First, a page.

February 17: Celebrating American football’s past

Tennessee - Robert NeylandLegendary Tennessee coach Robert Neyland was born on this date in 1892.

Neyland served three separate stints as the head coach of the Volunteers beginning with a nine-year run from 1926-1934 followed by two shorter tenures from 1936-1940 and 1946-1952. In all, Neyland was the head coach of the Vols for 21 seasons, and he is credited with leading Tennessee to four national championships in 1938, 1940, 1950 and 1951. His 1951 squad was undisputed.

Neyland passed away on March 28, 1962, at the age of 70, and the University of Tennessee renamed its football stadium in his honor that fall. He was elected to the College Football Hall of Fame in 1956.

Former Dartmouth All-American Andy Oberlander was born on this date in 1905.

OberlanderĀ began his career as a tackle for the Big Green in 1923 before converting to halfback in his final two years. It was in this role that he passed for 14 touchdowns and ran for another 12 as a senior in 1925 to earn All-America acclaim.

For four years beginning in 1930, Oberlander served as the head coach of Wesleyan (CT), and in 1954, he was voted into the College Football Hall of Fame as a player and part of the hall’s second class. Oberlander passed away on New Year’s Day in 1968 at the age of 62.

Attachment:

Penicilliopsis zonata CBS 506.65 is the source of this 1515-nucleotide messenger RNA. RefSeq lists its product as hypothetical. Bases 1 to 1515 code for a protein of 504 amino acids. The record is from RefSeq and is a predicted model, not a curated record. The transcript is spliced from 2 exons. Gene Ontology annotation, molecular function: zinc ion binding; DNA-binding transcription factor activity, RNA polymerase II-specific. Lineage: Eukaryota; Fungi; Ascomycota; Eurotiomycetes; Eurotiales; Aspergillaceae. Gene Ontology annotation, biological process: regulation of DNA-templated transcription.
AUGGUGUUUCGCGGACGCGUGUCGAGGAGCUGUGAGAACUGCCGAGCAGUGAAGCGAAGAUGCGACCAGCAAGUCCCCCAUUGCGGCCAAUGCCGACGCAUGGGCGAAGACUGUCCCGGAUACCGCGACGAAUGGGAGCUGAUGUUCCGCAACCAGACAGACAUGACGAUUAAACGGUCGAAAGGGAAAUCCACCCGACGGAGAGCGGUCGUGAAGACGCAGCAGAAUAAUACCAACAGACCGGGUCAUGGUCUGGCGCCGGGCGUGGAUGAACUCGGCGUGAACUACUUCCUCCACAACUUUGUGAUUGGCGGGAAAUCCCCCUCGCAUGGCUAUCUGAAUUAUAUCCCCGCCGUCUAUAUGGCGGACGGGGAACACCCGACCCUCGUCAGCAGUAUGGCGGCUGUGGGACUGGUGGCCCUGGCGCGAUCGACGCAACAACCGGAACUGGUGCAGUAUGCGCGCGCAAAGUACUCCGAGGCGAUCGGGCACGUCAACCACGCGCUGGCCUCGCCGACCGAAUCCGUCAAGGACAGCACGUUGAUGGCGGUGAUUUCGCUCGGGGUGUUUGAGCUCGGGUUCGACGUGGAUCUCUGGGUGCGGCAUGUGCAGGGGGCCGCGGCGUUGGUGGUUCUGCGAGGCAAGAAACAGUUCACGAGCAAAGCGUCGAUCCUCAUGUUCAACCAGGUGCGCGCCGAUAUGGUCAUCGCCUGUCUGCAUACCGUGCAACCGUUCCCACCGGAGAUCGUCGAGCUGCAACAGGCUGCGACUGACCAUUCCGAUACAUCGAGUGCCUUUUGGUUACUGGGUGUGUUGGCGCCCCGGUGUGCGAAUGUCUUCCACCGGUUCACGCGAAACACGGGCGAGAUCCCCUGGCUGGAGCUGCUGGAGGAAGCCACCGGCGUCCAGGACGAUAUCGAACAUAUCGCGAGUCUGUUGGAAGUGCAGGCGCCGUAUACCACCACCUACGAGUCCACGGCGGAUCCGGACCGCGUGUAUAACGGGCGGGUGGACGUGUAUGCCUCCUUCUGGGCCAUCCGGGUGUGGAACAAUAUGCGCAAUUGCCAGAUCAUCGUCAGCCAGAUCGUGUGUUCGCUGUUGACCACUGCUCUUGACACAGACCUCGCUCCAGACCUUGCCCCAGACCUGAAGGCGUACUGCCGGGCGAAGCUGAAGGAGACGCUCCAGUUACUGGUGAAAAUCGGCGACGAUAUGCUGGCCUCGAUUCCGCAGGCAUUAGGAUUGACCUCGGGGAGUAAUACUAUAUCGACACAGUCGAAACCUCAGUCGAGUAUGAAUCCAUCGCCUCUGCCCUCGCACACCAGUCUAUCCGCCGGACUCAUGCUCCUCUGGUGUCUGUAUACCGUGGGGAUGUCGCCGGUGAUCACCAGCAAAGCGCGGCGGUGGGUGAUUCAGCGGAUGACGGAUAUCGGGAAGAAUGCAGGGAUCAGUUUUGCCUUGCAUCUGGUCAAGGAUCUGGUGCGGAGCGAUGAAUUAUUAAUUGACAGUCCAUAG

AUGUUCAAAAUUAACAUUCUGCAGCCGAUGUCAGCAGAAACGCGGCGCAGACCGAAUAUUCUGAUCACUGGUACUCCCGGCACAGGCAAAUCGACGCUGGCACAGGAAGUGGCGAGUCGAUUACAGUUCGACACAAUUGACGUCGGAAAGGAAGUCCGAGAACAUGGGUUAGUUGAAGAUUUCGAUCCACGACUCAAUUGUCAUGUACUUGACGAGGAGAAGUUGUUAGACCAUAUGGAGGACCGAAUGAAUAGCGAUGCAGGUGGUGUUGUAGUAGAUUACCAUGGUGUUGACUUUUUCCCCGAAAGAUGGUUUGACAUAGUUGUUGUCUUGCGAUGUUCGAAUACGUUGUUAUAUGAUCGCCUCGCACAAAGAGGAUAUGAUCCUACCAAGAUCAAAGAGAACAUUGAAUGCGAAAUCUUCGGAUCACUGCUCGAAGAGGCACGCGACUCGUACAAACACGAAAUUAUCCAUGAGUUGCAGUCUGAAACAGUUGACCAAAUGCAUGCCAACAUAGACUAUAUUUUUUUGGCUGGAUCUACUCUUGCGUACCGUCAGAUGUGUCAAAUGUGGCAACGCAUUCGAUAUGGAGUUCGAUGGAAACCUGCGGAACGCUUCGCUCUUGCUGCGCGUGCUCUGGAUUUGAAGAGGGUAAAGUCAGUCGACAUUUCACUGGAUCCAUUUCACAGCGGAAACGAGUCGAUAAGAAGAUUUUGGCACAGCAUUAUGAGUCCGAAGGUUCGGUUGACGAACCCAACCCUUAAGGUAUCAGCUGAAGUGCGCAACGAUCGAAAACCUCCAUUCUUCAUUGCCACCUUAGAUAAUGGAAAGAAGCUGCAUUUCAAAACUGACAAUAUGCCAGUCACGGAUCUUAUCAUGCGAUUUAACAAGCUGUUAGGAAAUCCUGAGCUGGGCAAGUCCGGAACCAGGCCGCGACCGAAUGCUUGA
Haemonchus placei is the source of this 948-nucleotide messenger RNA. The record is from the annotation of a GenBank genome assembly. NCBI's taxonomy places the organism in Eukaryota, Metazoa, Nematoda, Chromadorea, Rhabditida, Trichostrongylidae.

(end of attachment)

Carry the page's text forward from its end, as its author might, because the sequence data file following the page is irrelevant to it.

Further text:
Former Concordia-Moorhead coach Jim Christopherson was born on this date in 1938.

Christopherson was a graduate of Concordia and from 1969-2000 he served as the head coach of his alma mater. He helped the Cobbers win two NAIA national titles in 1978 and 1981. Christopherson, who played professionally for two years with his home state Minnesota Vikings, was elected to the College Football Hall of Fame in 2007.

Andy Kerr was a charter member of the College Football Hall of Fame when it elected its first class in 1951.

By then, Kerr had wrapped up a 26-year run as a head coach at Stanford (1922-1923), Washington & Jefferson (1926-1928), Colgate (1929-1946) and Lebanon Valley (1947-1949). As an assistant early in his career from 1913-1921, he also served on the staff of the legendary Pop Warner at Pittsburgh learning the craft from one of the sport’s seminal figures.

His 1932 Colgate squad is one of the sport’s all-time great teams finishing the season undefeated, untied and unscored upon. Only two teams (Duke in 1938 and Tennessee in 1939) have accomplished the feat since then.

Kerr passed away on this date in 1969 at the age of 90.






Related Post

Leave a Reply

Your email address will not be published. Required fields are marked *